The 4-speed manual is a great feature, making the Stag feel sporting where the SL might feel a little conservative. The 4-wheel independent suspension has that supple yet competent feel that only the British seem to have mastered and disc brakes up front provide plenty of stopping power. You’ll also note that power rack-and-pinion steering was standard and it gives the Stag a very modern feel on the road. It’s a unit-body car, so the structure underneath is critical, and on this car you’ll find solid original floors and subframes that haven’t been cut or twisted in a wreck. Dual exhaust pipes give the car that spectacular engine note I mentioned and twin stainless tips are there just because they look cool. There are signs of use, of course, because this is a car that really does reward the driver most of all, but other than some grease and grime, there are zero issues underneath. Handsome 5-spoke alloy wheels were standard equipment and they’re arguable more attractive than the wire wheels that were frequently fitted. With right-sized 215/60/14 Yokohama radials, both ride and handling are improved.

Documentation includes original manuals, service books, brochures, and a collection of literature specific to the care and feeding of a Triumph Stag.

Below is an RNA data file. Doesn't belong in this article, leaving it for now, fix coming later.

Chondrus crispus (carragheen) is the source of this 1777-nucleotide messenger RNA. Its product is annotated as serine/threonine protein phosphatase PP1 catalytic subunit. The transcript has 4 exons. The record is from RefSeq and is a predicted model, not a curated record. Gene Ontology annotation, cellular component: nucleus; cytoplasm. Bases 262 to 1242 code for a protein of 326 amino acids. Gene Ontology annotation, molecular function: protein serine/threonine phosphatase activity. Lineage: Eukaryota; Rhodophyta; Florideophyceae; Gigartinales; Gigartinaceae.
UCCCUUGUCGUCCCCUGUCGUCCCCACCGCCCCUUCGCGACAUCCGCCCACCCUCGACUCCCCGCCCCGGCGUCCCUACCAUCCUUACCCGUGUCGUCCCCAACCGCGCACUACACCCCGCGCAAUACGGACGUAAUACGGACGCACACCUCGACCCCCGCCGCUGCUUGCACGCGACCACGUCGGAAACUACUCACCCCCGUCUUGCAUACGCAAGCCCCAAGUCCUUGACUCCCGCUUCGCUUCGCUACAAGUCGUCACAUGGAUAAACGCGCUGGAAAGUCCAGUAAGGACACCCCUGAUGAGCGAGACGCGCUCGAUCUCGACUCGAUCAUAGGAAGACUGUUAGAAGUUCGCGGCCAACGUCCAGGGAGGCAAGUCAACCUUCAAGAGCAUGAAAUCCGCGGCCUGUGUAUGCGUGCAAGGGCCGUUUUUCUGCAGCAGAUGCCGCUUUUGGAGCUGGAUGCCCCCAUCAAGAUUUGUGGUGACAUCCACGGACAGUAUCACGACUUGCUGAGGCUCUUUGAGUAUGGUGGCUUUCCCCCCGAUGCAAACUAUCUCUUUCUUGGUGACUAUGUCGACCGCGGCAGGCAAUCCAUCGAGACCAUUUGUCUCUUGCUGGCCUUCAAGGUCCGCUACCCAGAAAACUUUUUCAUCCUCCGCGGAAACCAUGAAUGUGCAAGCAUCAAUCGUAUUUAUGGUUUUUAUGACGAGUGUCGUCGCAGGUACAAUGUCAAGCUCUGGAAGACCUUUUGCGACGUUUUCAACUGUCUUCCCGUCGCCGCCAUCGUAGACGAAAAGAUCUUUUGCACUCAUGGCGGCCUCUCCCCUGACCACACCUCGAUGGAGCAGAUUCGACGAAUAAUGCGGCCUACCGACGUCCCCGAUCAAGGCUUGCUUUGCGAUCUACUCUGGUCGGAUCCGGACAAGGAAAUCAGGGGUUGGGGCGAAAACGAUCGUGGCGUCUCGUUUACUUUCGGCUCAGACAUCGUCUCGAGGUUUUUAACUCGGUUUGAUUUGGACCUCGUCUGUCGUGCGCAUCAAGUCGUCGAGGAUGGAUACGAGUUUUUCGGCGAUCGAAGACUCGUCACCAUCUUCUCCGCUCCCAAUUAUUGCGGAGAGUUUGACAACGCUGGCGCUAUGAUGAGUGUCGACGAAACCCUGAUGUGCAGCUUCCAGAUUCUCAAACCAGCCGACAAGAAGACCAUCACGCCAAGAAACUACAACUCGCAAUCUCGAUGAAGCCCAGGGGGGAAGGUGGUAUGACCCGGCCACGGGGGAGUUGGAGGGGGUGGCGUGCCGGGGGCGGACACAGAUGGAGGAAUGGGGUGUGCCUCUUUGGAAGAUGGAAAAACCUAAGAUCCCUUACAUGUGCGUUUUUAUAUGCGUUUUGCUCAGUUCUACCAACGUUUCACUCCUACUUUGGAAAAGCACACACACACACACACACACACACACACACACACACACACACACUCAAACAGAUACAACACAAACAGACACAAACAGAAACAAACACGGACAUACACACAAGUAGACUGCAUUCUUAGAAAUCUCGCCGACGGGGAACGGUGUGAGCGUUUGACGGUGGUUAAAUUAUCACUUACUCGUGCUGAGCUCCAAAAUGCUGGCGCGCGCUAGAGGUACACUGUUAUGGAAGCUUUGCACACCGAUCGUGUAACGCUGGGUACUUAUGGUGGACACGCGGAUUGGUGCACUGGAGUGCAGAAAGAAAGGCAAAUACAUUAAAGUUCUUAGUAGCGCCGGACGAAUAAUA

Has the Stag’s moment arrived? It seems that it’s gaining popularity as something other than a quirky footnote and those who collect these cars are extremely passionate about them. Obviously there’s something to it. With a high-quality older restoration that’s properly sorted and used just enough to keep it healthy, this is a quality example that will continue to attract attention and reward its owner. Ignore the guys who will only tell you about its faults and instead try it on for size. It’s fast, fun, unusual, practical, and yes, the soundtrack is fantastic. Save yourself the hassles and buy one already finished and ready to enjoy. Call now!

Harwood Motors always recommends and welcomes personal or professional inspections of any vehicle in our inventory prior to purchase.

Vehicle: 1971 Triumph Stag
Price: SOLD
Stock Number: 117046
Odometer Reading: 51,108
VIN: LE1316L
Engine: 3.0 liter SOHC V8
Transmission: 4-speed manual
Gear Ratio: 3.7
Wheelbase: 100 inches
Wheels: 14-inch aluminum wheels
Tires: 215/60/14 Yokohama radials
Exterior Color: Saffron Yellow
Interior Color: Black leather
Untitled Document

Contact & Hours

Local: 440-565-5335
Toll Free: 844-565-5335
Mon-Fri: 10:00am - 5:00pm

Get Connected